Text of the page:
Growth Is Not A Four-Letter Word

In the Spring of 2000, I began working on a project in which I would have never guessed would have blossomed into a career.

I was a Freshman in High School and I had a choice of two technologies as my medium for a report on a hobby. The hobby that I chose was my favorite science fiction series, Star Trek, and my technology choices were Microsoft Powerpoint or “Web Page.” I had no idea how to make a web page but knew from my years previous of using the internet with my tech-savvy Dad, it couldn’t be easy. But, it required some sort of creative understanding (exciting!) and some programmed code that my Dad seemed to spend hours writing for his programs at work.

Again, I wouldn’t have known at the time how monumental this would be in my life, in fact, I would have told you that you were crazy. As I think about this, I also remember this fact: my first website lived on a 3 1/2″ floppy disk, something that seems so simple (AND SMALL!) compared to the frequent conversation that I have with regards to page speed, these days.

My career might have those humble beginnings and spans working in IT departments, for swimming pool companies, to banks and insurance claim processing software businesses, but ultimately it took a while for me to feel comfortable in what I do, let alone find a somewhat understandable way to describe it to another person. And even at that, it took real desperation of working for myself and never forgetting I was trying to feed my family with this job.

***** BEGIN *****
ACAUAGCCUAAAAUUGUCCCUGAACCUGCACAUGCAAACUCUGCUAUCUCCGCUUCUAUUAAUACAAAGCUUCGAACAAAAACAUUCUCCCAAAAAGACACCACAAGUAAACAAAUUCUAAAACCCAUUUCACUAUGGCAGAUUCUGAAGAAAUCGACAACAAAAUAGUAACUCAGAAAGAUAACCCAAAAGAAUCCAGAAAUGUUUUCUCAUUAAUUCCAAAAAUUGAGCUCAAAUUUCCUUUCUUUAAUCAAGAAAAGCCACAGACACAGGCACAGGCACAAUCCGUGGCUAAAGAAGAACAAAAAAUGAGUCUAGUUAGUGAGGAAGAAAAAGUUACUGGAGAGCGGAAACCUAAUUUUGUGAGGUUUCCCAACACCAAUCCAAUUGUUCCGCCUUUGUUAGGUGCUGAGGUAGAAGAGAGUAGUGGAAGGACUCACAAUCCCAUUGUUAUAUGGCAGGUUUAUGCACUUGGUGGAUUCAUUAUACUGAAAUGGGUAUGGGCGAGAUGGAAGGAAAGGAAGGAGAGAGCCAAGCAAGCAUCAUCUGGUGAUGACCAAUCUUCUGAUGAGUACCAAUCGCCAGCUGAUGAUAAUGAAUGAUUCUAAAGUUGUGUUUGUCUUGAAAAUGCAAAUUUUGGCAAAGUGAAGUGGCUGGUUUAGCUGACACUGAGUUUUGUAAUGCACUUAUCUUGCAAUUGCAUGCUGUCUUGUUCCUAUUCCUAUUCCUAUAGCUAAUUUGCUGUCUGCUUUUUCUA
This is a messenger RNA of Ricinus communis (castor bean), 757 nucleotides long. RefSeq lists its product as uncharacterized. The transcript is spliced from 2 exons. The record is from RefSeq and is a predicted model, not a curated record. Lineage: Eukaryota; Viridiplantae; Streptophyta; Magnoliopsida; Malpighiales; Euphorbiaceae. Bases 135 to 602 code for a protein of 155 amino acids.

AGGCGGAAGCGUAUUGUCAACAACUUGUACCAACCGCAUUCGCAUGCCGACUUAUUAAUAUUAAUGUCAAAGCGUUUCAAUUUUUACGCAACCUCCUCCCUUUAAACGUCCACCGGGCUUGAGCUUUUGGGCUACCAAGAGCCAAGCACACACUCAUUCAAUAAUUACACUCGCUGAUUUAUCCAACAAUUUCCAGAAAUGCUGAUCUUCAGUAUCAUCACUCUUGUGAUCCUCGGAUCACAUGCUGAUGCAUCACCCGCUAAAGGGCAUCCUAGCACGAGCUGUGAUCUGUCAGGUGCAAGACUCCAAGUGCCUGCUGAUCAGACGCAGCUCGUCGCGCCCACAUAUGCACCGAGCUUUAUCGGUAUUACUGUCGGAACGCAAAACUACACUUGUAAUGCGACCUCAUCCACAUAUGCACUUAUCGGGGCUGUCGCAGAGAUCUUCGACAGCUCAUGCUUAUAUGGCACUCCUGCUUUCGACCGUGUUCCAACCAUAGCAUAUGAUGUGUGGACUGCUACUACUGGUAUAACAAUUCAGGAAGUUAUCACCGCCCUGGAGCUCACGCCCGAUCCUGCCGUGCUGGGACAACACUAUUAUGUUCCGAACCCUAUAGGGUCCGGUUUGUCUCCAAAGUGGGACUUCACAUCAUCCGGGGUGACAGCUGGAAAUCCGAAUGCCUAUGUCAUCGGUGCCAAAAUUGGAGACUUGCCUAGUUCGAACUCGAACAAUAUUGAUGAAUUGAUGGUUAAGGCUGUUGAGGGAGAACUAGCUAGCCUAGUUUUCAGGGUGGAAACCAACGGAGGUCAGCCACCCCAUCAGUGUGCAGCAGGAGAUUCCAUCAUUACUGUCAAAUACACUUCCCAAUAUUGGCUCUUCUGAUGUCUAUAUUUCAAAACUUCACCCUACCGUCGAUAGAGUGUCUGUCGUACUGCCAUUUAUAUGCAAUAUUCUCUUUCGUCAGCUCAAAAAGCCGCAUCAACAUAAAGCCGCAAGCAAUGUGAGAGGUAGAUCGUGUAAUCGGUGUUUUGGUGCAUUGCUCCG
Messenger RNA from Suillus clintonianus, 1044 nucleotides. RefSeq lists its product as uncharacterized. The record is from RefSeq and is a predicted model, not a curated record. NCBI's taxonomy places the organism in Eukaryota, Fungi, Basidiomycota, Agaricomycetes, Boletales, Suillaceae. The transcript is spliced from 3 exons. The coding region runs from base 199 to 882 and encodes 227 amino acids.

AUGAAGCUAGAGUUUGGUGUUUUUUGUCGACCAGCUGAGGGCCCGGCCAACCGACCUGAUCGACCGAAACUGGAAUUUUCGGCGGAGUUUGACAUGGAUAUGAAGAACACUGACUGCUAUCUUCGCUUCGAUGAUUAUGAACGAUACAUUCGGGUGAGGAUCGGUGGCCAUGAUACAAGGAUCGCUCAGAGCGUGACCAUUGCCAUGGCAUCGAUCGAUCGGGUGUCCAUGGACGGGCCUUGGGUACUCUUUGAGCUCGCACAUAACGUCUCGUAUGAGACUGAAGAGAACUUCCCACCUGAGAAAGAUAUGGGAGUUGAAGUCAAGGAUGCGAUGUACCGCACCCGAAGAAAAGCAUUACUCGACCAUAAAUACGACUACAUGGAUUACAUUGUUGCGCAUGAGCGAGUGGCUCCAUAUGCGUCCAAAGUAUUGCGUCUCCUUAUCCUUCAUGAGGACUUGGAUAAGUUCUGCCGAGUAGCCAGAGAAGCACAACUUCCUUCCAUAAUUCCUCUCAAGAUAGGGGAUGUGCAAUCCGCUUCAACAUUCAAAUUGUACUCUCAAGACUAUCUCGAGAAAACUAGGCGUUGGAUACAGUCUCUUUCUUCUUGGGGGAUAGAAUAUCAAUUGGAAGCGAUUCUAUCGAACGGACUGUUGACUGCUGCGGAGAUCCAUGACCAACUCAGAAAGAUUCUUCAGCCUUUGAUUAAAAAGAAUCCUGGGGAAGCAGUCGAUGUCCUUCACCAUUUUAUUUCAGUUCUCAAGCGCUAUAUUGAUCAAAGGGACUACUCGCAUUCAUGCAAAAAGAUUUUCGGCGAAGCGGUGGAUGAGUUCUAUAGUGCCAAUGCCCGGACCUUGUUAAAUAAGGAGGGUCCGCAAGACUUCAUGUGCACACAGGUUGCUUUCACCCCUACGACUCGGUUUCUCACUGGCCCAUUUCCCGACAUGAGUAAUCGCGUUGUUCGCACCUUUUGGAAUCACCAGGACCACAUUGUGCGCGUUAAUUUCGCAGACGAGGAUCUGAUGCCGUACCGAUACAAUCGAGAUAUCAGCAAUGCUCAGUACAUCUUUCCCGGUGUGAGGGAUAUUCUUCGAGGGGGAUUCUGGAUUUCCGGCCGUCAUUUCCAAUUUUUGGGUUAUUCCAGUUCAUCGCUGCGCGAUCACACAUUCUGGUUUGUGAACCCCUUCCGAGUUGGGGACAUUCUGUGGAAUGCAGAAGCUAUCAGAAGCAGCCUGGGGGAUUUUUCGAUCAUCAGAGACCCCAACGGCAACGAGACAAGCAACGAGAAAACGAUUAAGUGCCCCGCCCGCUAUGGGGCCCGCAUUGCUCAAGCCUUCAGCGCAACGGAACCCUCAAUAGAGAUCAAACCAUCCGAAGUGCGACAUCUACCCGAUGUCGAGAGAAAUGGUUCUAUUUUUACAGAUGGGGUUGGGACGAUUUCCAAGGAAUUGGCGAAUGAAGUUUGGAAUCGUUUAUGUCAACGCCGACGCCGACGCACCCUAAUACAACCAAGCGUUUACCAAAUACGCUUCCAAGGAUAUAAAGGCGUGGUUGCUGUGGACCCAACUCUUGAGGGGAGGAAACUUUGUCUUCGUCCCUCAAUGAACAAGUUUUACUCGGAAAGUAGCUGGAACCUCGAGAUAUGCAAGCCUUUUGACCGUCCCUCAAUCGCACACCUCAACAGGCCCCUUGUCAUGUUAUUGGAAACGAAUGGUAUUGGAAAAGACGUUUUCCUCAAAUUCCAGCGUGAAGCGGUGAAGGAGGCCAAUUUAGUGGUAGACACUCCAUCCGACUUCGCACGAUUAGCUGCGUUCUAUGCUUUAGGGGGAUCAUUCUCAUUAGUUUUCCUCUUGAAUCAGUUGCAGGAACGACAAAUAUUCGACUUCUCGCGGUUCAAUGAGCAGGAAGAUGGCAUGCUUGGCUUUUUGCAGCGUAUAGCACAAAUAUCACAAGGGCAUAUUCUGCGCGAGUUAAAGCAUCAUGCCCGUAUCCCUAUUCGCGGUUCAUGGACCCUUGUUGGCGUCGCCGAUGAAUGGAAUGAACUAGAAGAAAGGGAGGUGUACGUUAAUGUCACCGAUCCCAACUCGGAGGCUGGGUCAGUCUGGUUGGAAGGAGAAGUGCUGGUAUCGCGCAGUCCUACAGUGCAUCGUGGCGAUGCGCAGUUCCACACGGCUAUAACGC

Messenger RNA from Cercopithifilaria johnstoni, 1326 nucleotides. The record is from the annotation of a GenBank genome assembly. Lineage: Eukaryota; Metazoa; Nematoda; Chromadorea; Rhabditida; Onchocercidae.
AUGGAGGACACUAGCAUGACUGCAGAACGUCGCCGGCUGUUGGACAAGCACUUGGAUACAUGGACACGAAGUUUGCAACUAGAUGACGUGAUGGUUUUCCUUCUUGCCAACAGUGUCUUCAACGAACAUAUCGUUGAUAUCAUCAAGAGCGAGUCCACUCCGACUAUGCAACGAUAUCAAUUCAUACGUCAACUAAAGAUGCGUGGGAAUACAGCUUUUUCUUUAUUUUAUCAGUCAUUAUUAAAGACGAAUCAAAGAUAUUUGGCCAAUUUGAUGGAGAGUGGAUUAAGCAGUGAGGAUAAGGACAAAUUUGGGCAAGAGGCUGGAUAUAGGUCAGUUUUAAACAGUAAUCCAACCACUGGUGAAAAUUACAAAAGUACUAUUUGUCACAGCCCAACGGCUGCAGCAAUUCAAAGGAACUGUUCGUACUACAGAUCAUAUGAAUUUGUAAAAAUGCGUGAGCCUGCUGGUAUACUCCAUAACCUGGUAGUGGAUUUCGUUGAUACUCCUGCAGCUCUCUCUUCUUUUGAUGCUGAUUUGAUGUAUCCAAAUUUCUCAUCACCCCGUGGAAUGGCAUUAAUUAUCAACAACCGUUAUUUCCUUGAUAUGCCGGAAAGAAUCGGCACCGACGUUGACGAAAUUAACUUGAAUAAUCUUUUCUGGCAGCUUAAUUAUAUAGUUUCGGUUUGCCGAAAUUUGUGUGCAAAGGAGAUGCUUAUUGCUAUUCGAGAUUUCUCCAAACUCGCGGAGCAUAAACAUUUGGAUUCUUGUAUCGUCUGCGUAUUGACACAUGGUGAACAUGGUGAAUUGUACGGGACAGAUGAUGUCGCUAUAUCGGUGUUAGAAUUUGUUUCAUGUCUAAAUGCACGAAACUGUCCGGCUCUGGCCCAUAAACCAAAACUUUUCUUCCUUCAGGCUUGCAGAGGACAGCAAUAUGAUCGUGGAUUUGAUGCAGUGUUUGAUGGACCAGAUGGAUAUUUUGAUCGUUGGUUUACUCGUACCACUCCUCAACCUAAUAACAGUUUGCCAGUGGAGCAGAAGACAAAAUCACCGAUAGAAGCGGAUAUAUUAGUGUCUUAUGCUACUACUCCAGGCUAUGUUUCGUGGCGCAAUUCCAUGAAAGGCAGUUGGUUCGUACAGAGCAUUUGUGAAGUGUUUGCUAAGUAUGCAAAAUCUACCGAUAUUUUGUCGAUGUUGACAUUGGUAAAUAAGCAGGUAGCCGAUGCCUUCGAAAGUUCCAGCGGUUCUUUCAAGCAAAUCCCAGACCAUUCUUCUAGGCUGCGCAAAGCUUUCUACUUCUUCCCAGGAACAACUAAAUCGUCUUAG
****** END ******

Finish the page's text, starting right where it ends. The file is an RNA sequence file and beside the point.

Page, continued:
I’ve been a developer, professionally, for almost thirteen years. I’ve been the junior, the manager, the advisor, the director and everything in between. I’ve worked with an eighty person team, as the sole developer at a tiny three-person business, and a few different sized marketing agencies, on top of being a freelancer for myself. I’ve worked with people well into their 80’s and fresh-faced college grads with some cash and an idea. The working culture, salary, benefits, leadership structure, work-life balance, and education of each of these co-workers and bosses have varied greatly across the board, and some have kept me at places longer than others and while still others have caused me to find different pastures in order to continue to grow and mature.